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Watch: Market Movers Asia, May 7-11: Asian crude buyers grapple with oil prices at four-year highs ahead of US decison on Iran sanctions

Oil markets will be keeping a close eye this week US President Donald Trump's decision to re-impose sanctions on Iran. In the lead-up to the May 12 deadline, oil prices have hit multi-year highs, with some analysts saying 1 million barrels per day of supply could be impacted if the sanctions are re-imposed.


Middle Eastern suppliers raised their official selling prices to four-year highs. Last week, Qatar Petroleum, Saudi Aramco and ADNOC raised their OSPs, and Asian oil buyers are now awaiting announcements from Iran, Iraq and Kuwait to get the complete picture.


In petrochemicals, the US' move to impose preliminary antidumping duties on polyethylene terephthalate from Brazil, Indonesia, South Korea, Pakistain and Taiwan is seen likely to redirect Asian PET from the US to other markets this week.


And in thermal coal, Asian market players are hoping for a breakthrough this week in negotiations for Japanese term contracts involving Australian coal producer Glencore.


S&P Global Platts editor for agriculture markets Samar Niazi looks at these and other factors that could drive commodity markets this week.


Join our conversations on Twitter - use #PlattsMM and connect with us.

View Full Transcript

Video Transcript


This week, Asian crude buyers grapple with prices at four-year highs, US duties impact PET trade flows, and India moves to support local sugar prices.


But first, markets will be keeping a close eye this week on whether US President Donald Trump decides to re-impose tougher sanctions on Iran. Trump has until Saturday to decide whether to continue the waiver of oil import-related sanctions, which took effect in January 2016.


In the lead-up to the decision, oil prices have hit multi-year highs, with some analysts saying 1 million barrels per day of supply could be impacted if the sanctions are re-imposed.


Do you expect the sanctions will be re-imposed? Join our conversation on Twitter with the hashtag PlattsMM.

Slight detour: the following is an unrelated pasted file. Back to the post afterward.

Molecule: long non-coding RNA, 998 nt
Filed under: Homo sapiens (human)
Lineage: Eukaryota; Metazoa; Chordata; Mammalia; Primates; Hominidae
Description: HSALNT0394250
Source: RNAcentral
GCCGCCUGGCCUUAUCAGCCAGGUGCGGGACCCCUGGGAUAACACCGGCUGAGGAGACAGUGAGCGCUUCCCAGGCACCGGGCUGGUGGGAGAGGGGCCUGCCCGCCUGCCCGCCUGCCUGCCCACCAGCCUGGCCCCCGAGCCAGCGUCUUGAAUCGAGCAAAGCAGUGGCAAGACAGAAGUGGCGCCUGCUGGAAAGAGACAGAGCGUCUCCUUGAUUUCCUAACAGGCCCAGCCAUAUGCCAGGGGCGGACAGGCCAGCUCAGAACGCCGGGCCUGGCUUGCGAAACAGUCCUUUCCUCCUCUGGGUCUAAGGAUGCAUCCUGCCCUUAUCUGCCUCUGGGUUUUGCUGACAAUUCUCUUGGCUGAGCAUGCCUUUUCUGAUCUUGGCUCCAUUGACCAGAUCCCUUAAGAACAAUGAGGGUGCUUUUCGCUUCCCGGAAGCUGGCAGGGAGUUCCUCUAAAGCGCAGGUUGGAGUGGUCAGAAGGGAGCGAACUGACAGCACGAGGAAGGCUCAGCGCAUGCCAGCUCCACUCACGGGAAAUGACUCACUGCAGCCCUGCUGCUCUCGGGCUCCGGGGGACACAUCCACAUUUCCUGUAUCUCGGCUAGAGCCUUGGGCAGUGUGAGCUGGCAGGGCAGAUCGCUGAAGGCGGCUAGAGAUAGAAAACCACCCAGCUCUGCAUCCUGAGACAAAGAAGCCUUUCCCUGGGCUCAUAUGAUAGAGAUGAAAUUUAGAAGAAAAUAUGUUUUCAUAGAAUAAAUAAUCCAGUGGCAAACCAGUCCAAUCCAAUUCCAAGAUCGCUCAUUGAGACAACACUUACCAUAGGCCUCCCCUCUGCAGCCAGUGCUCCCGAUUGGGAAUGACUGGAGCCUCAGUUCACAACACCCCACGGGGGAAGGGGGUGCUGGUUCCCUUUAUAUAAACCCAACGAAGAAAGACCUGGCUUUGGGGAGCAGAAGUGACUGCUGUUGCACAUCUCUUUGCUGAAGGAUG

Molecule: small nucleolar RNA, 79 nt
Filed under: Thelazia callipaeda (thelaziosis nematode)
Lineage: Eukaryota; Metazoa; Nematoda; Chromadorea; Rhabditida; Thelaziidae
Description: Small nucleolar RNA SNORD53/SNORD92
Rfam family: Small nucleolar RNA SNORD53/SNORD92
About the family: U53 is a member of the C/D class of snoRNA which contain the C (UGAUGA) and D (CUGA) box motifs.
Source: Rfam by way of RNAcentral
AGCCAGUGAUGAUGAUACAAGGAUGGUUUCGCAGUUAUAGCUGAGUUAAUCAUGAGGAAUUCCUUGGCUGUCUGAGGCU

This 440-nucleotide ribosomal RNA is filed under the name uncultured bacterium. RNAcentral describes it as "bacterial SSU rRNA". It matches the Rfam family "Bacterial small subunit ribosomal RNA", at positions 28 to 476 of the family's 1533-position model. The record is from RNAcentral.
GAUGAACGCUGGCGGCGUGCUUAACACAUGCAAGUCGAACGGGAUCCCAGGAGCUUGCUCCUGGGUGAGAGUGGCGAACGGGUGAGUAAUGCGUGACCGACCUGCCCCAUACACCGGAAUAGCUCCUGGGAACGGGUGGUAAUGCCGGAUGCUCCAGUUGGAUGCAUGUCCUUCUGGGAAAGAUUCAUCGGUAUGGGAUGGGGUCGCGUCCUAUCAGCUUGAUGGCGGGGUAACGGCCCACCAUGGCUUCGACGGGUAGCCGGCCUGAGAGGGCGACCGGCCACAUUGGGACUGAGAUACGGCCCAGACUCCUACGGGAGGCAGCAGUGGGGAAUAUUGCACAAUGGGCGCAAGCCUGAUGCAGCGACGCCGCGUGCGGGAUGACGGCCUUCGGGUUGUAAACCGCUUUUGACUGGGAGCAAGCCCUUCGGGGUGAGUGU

Elsewhere in oil, pressure is mounting on Asian oil buyers this week after major Middle Eastern suppliers raised their official selling prices to four-year highs. Last week, Qatar Petroleum, Saudi Aramco and ADNOC raised their OSPs, and buyers are now awaiting announcements from Iran, Iraq and Kuwait to get the complete picture.


In Asia, China is expected to release its closely-watched preliminary oil import and export data for April on Tuesday.


In petrochemicals, the US' move to impose preliminary antidumping duties on PET from five countries is seen likely to redirect Asian PET from the US to other markets this week.


The US Department of Commerce last week imposed preliminary duties on PET from Brazil, Indonesia, South Korea, Pakistan and Taiwan until a final duty determination is made on September 17.


In sugar, the Indian government approved an 82 cent per metric ton subsidy on domestic cane production last week in a bid to boost prices, which have fallen 25 per cents this season. The subsidy is equivalent to an export subsidy of 122 dollars per metric ton.


In thermal coal, Asian market players are hoping for a breakthrough this week in negotiations for Japanese term contracts involving Australian coal producer Glencore.


Some traders believe Glencore could settle with its Japanese customers at close to 100 dollars per metric ton, a hefty 15 dollars higher than last year.


In shipping, Capesize freight rates increased towards the end of last week due to higher steel and iron ore prices after a challenging April, and sources said the outlook for May was still unclear.


Thanks for kicking off your Monday with us and have a great week ahead!